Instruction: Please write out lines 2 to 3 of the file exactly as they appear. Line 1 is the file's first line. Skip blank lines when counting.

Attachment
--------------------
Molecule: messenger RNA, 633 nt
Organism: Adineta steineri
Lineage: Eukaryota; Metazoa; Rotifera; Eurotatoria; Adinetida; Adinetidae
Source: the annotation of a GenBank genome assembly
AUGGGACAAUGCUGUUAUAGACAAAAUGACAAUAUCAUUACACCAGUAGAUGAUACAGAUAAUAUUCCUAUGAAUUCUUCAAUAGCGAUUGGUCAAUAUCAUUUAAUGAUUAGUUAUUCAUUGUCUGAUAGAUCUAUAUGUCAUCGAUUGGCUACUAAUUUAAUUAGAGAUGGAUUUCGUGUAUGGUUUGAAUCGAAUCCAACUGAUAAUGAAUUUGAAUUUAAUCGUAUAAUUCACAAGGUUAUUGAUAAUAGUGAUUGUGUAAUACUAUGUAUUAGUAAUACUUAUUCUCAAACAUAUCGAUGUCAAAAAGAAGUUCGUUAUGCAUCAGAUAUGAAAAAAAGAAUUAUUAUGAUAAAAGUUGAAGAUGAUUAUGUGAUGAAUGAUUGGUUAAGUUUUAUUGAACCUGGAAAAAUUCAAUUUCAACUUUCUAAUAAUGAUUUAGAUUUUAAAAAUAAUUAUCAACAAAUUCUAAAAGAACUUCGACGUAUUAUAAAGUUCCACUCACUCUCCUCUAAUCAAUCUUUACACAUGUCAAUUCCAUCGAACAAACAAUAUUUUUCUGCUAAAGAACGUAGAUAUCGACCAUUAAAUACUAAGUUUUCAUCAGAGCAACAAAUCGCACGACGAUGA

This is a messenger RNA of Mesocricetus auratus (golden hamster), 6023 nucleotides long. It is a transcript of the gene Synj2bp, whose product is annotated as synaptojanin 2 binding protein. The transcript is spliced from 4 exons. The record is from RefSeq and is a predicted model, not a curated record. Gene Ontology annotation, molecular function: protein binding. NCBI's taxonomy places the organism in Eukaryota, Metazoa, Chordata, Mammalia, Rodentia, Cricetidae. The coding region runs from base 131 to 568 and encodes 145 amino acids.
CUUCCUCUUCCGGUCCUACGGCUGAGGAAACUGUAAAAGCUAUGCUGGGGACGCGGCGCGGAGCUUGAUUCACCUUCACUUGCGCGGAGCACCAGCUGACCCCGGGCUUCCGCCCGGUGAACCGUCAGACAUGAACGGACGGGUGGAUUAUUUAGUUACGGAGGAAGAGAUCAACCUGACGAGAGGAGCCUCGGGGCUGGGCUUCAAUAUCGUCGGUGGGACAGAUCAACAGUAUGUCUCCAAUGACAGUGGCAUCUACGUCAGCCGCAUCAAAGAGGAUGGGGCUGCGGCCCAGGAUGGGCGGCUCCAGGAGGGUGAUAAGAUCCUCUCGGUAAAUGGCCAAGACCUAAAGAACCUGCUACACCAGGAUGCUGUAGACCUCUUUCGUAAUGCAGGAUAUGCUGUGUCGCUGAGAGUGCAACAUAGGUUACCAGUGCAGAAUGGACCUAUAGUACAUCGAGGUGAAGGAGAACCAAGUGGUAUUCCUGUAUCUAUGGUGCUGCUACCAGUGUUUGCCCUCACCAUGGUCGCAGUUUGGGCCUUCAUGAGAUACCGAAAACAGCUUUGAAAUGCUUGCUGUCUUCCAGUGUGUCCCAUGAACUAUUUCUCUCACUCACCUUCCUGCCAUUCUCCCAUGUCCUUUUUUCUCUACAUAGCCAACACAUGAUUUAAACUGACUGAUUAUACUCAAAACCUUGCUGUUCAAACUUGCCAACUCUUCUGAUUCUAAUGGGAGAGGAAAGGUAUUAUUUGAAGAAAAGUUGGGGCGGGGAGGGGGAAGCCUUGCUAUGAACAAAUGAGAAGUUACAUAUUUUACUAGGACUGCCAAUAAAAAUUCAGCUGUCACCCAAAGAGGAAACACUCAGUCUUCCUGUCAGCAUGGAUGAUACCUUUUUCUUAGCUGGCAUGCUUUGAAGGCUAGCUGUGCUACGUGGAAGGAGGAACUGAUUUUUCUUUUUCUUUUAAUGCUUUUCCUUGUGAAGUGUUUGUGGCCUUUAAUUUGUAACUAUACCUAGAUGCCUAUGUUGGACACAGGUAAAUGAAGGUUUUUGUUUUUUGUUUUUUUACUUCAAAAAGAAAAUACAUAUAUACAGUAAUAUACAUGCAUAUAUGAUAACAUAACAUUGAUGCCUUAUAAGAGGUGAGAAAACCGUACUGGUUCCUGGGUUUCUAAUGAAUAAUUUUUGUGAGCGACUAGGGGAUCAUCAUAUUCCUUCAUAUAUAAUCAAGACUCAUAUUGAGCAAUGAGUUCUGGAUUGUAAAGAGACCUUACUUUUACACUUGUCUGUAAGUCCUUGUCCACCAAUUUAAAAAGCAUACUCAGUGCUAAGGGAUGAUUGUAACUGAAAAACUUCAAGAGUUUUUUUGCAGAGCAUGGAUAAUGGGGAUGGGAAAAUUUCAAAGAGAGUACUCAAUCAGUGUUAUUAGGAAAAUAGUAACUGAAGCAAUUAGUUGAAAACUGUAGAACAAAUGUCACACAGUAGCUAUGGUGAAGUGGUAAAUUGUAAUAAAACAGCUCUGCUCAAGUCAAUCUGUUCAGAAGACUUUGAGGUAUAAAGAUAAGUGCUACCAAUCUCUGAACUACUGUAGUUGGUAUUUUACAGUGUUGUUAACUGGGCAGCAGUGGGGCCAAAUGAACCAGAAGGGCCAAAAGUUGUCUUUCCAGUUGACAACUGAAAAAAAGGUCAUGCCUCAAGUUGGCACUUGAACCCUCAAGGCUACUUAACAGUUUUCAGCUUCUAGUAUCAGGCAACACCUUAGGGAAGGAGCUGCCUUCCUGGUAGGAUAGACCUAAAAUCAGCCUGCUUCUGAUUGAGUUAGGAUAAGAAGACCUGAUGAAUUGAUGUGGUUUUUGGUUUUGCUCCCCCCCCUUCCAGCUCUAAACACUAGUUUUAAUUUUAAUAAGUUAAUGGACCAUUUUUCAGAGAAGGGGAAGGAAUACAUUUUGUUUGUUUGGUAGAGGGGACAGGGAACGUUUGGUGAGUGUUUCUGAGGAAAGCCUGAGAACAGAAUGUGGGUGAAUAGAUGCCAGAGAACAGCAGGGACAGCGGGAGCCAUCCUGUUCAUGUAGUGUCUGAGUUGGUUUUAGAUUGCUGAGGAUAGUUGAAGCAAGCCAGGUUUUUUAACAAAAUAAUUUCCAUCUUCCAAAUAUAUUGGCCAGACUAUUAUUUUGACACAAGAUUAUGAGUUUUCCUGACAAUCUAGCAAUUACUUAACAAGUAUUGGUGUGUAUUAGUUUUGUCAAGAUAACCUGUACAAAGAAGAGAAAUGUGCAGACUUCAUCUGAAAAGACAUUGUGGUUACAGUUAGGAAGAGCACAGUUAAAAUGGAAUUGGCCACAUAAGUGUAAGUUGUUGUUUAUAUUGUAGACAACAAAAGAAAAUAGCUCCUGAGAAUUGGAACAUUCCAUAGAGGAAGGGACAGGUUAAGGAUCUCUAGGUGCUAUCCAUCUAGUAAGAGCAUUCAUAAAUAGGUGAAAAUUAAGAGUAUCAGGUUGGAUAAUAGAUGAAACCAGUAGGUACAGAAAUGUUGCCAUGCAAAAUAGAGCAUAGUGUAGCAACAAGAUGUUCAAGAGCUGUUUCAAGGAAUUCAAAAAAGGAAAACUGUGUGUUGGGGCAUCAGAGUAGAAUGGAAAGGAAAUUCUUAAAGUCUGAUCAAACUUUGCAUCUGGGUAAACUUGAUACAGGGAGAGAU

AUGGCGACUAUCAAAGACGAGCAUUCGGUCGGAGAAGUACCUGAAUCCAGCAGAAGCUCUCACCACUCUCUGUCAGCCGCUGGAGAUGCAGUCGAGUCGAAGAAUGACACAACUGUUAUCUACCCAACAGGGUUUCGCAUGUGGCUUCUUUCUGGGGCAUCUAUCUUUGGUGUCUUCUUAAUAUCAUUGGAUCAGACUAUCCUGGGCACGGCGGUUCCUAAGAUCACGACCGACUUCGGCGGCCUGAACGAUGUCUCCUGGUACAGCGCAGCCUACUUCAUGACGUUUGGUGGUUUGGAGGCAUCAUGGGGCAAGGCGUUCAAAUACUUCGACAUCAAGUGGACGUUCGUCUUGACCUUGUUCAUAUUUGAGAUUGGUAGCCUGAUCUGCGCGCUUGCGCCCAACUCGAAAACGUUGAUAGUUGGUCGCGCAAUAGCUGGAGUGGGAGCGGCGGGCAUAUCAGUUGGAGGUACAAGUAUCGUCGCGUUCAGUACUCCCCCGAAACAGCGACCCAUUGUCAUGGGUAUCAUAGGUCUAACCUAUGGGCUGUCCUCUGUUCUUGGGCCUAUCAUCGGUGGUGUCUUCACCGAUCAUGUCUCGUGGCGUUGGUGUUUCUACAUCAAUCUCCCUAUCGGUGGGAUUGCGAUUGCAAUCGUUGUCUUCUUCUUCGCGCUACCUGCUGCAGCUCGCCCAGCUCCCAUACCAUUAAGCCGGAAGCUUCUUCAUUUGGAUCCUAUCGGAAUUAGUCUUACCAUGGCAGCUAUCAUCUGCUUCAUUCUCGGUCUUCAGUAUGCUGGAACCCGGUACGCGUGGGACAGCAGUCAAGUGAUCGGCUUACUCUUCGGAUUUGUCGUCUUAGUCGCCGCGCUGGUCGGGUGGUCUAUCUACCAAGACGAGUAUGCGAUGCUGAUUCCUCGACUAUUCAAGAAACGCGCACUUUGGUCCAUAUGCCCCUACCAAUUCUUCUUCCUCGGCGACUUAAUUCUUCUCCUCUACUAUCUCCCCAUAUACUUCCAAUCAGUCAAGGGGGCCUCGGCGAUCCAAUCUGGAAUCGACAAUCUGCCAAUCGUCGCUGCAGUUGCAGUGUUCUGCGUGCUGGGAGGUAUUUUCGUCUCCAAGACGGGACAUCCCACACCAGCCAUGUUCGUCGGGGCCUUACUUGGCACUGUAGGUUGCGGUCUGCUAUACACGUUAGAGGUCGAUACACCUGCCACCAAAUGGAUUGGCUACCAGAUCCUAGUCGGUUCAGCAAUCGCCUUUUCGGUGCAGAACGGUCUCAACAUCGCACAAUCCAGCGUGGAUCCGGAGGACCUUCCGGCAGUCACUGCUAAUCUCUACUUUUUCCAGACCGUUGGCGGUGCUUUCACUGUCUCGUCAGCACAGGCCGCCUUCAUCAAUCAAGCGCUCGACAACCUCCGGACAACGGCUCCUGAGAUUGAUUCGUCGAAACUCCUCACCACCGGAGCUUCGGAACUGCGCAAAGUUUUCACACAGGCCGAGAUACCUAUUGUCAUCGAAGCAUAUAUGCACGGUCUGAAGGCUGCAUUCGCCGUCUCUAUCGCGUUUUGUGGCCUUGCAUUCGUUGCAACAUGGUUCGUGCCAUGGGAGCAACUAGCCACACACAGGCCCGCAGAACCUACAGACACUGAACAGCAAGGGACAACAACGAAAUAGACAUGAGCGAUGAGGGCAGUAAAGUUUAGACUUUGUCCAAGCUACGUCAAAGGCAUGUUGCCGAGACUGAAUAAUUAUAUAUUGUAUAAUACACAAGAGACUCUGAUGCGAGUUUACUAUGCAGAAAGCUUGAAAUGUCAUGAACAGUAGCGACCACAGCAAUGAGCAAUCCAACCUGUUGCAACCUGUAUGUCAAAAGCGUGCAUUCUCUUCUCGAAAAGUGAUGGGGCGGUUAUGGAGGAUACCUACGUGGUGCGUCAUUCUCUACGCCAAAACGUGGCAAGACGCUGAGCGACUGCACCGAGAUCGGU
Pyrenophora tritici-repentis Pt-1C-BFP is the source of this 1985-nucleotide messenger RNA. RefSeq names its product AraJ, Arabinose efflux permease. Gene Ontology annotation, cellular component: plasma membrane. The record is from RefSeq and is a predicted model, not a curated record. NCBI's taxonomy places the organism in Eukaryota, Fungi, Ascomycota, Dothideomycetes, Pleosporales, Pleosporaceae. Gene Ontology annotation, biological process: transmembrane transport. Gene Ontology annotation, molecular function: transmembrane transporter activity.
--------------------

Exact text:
Organism: Adineta steineri
Lineage: Eukaryota; Metazoa; Rotifera; Eurotatoria; Adinetida; Adinetidae